The technique of EEG biofeedback training was first used therapeutically for epilepsy, and the scientific literature is most extensive for this condition, dating back to the early 1970’s. EEG biofeedback has been shown to be helpful for all kinds of epilepsy, including petit mal, grand mal, and complex partial seizures. A variety of training protocols has been used successfully. However, the technique did not become widely accepted. This is ascribed to the fact that initially the training took a very long time, was not widely available, and was very expensive. Also, there was no agreement on a model of efficacy.

Recent progress in instrumentation and in methodology has made the training much more economical. However, there remains a large variety of outcomes. In some cases, the client may respond dramatically in just a few sessions. In other cases, the training remains long-term, requiring on the order of 80-100 training sessions. EEG biofeedback may also need to be complemented with other approaches, such as lifestyle changes which avoid those conditions which effect a lowering of seizure threshold. Also, active interventions may be learned which can serve to abort incipient seizures. Finally, determination of dietary susceptibilities may be important, insofar as there are a number of substances which may alter the seizure threshold adversely.

EEG biofeedback should therefore be considered as an element of a comprehensive program of management of epilepsy which includes pharmacological intervention, dietary sensitivity analysis, and consideration of lifestyle issues which are found to impinge on seizure susceptibility in a particular case. It is found that epilepsy is highly susceptible to many behavioral variables over which the client may exercise a large measure of control.

In many cases of epilepsy, pharmacological intervention is sufficient to achieve seizure control. However, other behavioral correlates are still observed. In other cases, the anticonvulsant medication may be accompanied by significant side effects on the client’s mood, sleep, mental alertness, and cognitive ability. The behavioral consequences appear to be associated with what is most likely “sub-clinical seizure activity”, namely cortical disturbances which are qualitatively similar to seizure phenomena, but not quantitatively sufficient to result in a well-defined seizure. These phenomena are what the neurologist looks for in a clinical EEG, or electroencephalogram.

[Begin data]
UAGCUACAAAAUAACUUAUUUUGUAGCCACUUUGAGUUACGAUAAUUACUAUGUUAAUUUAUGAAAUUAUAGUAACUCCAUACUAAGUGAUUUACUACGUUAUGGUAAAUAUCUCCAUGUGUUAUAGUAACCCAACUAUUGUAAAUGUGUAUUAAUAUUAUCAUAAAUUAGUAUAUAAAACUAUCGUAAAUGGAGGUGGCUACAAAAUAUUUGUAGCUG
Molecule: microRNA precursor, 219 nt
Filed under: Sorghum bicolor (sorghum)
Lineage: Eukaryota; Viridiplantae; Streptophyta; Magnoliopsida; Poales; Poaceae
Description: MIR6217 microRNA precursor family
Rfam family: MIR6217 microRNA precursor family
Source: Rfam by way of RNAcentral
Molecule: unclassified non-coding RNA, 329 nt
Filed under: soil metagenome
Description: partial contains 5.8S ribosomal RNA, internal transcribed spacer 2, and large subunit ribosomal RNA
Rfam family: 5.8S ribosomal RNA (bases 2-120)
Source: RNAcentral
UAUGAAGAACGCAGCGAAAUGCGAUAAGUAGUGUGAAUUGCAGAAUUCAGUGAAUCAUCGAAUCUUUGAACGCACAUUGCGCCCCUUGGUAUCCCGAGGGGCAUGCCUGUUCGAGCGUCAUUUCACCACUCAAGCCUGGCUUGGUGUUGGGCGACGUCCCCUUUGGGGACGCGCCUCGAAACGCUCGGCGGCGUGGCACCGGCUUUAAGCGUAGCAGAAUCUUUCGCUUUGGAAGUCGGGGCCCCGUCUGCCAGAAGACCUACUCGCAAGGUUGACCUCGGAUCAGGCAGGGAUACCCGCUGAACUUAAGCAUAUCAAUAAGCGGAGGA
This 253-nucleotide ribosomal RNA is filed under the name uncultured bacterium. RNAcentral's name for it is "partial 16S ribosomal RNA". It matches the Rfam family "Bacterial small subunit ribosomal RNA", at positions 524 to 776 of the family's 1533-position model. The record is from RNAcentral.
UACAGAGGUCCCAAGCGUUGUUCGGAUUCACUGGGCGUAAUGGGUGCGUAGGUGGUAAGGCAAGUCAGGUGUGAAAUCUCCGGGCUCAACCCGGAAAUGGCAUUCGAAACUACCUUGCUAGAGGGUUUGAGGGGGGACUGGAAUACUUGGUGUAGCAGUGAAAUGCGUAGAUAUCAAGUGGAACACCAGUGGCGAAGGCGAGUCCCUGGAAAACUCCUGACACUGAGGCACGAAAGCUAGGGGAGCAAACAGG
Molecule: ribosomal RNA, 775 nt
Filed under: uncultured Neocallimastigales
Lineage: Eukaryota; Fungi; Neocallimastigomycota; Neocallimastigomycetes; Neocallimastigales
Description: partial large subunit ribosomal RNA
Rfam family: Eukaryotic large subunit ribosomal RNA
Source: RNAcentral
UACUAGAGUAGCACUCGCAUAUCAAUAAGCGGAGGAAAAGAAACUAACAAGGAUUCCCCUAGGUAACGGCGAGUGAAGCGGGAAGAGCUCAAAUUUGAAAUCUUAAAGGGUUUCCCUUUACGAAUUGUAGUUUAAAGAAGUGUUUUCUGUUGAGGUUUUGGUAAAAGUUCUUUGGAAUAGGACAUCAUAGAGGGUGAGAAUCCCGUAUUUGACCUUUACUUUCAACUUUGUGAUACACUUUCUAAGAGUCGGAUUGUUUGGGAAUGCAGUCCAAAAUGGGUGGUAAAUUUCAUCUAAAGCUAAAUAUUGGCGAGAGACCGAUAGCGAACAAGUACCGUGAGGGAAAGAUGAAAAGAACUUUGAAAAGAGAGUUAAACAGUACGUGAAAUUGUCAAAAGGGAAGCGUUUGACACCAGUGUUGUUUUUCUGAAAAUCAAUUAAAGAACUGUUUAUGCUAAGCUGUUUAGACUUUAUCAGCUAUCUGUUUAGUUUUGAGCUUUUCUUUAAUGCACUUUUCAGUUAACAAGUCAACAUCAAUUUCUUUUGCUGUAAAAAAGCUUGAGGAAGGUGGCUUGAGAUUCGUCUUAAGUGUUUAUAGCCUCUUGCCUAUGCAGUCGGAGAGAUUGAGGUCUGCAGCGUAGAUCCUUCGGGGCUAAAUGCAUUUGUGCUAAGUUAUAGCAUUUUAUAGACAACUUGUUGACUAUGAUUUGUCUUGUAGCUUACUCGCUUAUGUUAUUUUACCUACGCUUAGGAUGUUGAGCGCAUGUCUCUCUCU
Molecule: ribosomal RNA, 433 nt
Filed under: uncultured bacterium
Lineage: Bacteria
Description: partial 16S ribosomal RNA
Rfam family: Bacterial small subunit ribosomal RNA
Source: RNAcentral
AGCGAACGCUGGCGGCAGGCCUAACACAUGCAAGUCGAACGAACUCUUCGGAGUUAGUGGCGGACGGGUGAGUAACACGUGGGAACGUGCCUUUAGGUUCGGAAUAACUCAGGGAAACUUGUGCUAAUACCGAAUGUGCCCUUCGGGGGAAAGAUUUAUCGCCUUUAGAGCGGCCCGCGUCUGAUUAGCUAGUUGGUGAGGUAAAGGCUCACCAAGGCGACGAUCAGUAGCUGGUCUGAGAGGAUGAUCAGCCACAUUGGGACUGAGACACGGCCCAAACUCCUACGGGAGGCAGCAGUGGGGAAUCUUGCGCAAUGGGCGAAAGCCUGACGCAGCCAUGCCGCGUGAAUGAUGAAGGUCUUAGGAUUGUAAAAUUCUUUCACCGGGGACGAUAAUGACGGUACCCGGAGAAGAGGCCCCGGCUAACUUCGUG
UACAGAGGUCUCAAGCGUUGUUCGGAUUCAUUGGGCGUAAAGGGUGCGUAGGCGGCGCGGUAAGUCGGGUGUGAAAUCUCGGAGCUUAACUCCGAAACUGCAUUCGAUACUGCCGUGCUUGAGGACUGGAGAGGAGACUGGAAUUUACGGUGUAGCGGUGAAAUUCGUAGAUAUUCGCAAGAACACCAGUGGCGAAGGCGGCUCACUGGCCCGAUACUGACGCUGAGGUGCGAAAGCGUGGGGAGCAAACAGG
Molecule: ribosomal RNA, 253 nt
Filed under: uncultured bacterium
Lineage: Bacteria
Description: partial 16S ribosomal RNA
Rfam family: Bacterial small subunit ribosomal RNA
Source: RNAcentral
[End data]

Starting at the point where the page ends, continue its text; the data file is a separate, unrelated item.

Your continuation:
EEG biofeedback is likely to achieve regulation of such behavioral disturbances even before an improvement in seizure incidence is observed. EEG biofeedback training may also be used to reduce the medication dose required to achieve seizure control, and hence reduce the side effects attributable to such medication. Persons under medication must remain under the active supervision of their prescribing physician as they undergo the training. Following the advice of the prescribing physician is particularly important because of the potential need to adjust the medication as the training proceeds.

In many cases of epilepsy in young children, the cause may be a difficult birth, even though the seizures don’t manifest until later stages of cortical maturity. In these cases, there may be other deficits in the child’s functioning which are also attributable to the traumatic birth (mood disorders, sleep disorders, learning disabilities, attention deficits), which may also respond to the EEG training.

Comments are closed.